KUCHING: Some 122 human remains from the Niah Cave, which were brought to Nevada, United States, in the 1960s, will be returned to Sarawak in 2019.
State museum director Ipoi Datan said a memorandum of understanding (MoU) was signed with the University of Nevada in Las Vegas (UNLV) on Mar 8 for the human remains to be handed back.
After the signing, 33 boxes containing the remains were transported by land to the University of Florida (UFL) where they will be kept temporarily until they are brought home two years later.
A second MoU was signed with UFL on March 13 for the temporary safekeeping and consolidation of the collection.
“We are preparing storage facilities to receive the Niah Cave collection. We are still in the midst of constructing the new museum campus, which will have a special space for sensitive artefacts including the Niah Cave collection.
“We will take them back when our facilities are completed in 2019,” Ipoi told a press conference at the museum headquarters here.
He said the collection came from Niah Cave excavations by Tom and Barbara Harrisson from 1947 to 1967, which found numerous stone and bone tools, shells and pottery as well as 262 human burials dating from 40,000 to 1,000 years ago.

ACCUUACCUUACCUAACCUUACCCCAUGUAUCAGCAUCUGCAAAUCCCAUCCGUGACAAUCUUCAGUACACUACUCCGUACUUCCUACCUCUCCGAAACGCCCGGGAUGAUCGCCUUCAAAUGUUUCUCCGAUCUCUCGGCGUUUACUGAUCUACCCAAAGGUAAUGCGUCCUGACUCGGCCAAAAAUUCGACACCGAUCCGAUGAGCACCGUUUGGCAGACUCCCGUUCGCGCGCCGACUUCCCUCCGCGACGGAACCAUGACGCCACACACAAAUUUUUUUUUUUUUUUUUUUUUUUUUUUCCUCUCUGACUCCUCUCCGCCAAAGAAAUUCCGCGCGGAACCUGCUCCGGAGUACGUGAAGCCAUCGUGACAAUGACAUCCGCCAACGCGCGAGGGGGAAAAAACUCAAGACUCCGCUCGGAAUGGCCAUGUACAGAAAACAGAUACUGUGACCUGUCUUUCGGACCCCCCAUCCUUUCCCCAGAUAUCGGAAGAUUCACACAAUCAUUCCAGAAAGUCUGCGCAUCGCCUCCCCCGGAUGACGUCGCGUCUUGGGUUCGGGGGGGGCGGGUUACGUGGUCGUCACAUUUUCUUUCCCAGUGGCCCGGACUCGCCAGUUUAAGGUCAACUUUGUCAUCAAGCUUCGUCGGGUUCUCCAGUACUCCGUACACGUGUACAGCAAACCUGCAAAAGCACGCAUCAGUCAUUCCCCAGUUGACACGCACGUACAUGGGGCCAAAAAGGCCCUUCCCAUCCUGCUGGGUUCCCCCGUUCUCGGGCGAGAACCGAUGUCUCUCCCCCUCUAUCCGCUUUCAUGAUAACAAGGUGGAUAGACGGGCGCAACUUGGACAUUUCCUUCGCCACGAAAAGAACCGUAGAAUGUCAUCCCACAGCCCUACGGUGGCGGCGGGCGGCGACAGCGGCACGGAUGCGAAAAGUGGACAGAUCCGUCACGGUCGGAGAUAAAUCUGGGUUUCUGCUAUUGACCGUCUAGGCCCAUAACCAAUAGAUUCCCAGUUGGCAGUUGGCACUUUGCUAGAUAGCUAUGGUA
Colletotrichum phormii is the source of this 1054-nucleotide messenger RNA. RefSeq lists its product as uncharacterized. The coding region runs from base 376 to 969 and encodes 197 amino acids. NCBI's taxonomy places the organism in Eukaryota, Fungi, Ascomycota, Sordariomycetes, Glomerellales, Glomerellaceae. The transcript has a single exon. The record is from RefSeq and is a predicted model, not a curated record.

Of the burials, 122 were shipped to Nevada in 1966-67 to be studied by physical anthropologists and archaeologists Shelaigh and Richard Brooks. The collection was brought to UNLV after their retirement.
“It was brought there on the understanding that it was given on loan for study purposes. As the rightful owner, we should bring them back to Sarawak for further study and safekeeping,” Ipoi said.
Besides the return of the collection, the MoUs cover research collaboration between the Sarawak Museum and the two American universities, including exchange of staff, students and materials.
UNLV will also provide data and records from previous research on the Niah Cave collection to the museum, while UFL will conduct scientific studies on a subsample of the collection and assist in establishing a suitable repository for the collection in the new Sarawak Museum Campus in 2017 and 2018.
The museum will make use of the main findings from the research in setting up an archaeological gallery at the new campus.
According to Ipoi, artefacts from the Niah Cave showed that it was one of the oldest dwelling places of modern humans in the region.
He said Harrisson discovered the skull of a young girl in 1958 which he dated to around 39,000 years old.
“This is the earliest evidence for the presence of modern man or Homo sapiens in South-East Asia. Later research showed that the skull could be dated to 42,000 years old.
“This is an important discovery which catapulted Sarawak onto the paleontological map of the world,” he said.
The skull is in the Sarawak Museum’s collection while the human remains to be brought back from America are believed to be around 20,000 years old.